In a post a couple of weeks ago, “My Epigraph,” I touched on the subject of “fair use”:
“Fair use” is a contested area. If you plan to quote other writers in your work, read up on it. I believe there is, and should be, a huge middle ground between “anything goes” and “consult a lawyer,” Do learn the lay of the land, because the cost of putting a foot wrong can be high. Word on the street for a long time has been “don’t ever quote from popular song lyrics without getting permission.” This has nothing to do with ethics and everything to do with the fact that the big music publishers have been zealous about defending their turf. Your use of two lines from a popular song may be fair by any reasonable definition, but it takes very deep pockets to defend it in court. Might often does make right, and it makes us jumpy too.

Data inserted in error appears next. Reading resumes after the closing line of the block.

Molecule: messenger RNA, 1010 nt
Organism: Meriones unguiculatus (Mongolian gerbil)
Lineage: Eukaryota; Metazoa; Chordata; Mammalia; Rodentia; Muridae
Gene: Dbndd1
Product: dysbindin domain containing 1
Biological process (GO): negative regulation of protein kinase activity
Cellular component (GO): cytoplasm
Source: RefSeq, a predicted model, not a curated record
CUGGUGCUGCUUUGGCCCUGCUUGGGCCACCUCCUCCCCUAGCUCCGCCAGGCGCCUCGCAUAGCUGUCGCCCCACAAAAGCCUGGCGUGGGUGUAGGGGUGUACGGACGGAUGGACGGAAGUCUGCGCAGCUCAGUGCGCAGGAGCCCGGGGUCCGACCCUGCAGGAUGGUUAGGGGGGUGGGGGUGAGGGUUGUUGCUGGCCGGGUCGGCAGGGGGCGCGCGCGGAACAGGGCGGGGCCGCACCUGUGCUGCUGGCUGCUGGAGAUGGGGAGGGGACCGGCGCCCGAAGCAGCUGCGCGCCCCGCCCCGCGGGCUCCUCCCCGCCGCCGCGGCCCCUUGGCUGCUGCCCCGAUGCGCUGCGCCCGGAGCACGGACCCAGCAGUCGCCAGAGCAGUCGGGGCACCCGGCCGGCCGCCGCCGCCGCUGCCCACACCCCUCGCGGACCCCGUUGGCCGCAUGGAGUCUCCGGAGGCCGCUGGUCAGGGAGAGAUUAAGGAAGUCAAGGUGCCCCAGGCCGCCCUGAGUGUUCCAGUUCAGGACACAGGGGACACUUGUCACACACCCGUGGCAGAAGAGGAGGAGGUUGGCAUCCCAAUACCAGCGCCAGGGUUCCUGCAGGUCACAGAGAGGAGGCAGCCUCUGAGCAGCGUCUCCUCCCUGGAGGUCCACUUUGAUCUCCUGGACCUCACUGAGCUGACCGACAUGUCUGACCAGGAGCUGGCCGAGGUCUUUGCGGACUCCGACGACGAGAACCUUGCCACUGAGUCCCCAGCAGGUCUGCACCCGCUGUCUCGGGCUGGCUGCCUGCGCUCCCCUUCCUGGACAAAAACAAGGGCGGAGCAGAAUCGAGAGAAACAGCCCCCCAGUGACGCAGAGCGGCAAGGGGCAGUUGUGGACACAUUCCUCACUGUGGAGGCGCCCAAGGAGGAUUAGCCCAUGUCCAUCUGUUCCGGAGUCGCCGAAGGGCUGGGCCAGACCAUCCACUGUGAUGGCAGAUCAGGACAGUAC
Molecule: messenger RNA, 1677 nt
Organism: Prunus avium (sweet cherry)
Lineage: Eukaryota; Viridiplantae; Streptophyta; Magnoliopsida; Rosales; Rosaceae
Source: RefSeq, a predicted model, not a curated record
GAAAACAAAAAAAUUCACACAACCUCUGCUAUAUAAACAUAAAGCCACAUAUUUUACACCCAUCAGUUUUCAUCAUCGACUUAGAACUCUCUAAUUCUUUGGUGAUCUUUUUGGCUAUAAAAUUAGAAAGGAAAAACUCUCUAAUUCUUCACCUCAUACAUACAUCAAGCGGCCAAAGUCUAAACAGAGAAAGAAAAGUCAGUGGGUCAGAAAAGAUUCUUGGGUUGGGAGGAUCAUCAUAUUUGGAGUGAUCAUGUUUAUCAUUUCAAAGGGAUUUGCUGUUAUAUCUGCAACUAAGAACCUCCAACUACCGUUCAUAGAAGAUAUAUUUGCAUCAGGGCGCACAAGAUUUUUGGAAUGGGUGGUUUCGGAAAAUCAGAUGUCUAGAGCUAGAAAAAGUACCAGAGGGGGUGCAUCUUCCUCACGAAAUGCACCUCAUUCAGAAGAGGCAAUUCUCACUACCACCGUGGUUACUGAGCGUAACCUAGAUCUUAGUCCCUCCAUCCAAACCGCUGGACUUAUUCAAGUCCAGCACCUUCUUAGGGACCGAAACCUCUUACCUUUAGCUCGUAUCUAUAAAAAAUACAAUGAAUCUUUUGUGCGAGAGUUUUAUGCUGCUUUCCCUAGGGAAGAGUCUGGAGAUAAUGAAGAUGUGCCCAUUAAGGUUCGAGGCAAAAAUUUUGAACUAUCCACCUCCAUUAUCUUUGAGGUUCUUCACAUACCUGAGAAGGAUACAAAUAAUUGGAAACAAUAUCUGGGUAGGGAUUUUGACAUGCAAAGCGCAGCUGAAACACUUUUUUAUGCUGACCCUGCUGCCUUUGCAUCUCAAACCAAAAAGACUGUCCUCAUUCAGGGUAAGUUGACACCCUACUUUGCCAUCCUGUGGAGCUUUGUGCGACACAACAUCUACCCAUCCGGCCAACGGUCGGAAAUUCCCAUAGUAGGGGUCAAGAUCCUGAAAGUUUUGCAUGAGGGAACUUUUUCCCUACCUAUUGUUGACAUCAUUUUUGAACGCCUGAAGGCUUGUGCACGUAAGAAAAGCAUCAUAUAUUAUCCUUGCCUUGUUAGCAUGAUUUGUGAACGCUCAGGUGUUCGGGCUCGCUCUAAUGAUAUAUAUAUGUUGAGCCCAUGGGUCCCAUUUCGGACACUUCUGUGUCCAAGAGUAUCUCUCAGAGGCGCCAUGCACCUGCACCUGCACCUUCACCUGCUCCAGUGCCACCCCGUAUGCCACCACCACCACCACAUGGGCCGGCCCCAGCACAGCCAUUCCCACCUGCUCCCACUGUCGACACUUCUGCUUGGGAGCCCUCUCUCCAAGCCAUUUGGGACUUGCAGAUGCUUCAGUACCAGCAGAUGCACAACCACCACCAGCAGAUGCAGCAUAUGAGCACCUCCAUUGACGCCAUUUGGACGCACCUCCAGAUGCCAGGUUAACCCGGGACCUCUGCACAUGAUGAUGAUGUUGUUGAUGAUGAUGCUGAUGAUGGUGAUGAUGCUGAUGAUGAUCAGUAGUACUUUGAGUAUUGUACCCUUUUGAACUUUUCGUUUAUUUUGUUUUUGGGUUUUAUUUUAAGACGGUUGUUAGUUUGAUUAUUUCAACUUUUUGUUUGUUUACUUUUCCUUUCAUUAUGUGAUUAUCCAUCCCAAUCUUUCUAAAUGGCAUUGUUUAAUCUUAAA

Note especially the sentence in bold. Here’s something better than “word on the street”: a link to novelist-blogger David Hewson’s October 23 blog post, “Never quote a rock lyric in a book unless you’re rich.” It’s his grueling first-person discovery of how permissions work in the music biz.
Do read through to the end. Musician Bruce Hornsby did grant Hewson permission to use a line from his lyrics, and all he asked in return was a signed copy of the finished novel. I like to think there are more Bruce Hornsbys out there, though perhaps they’re more often found in the less glamorous corners of the music world.
The real moral of the story is this: Assume nothing. Do your homework — especially when you’re dealing with lyrics.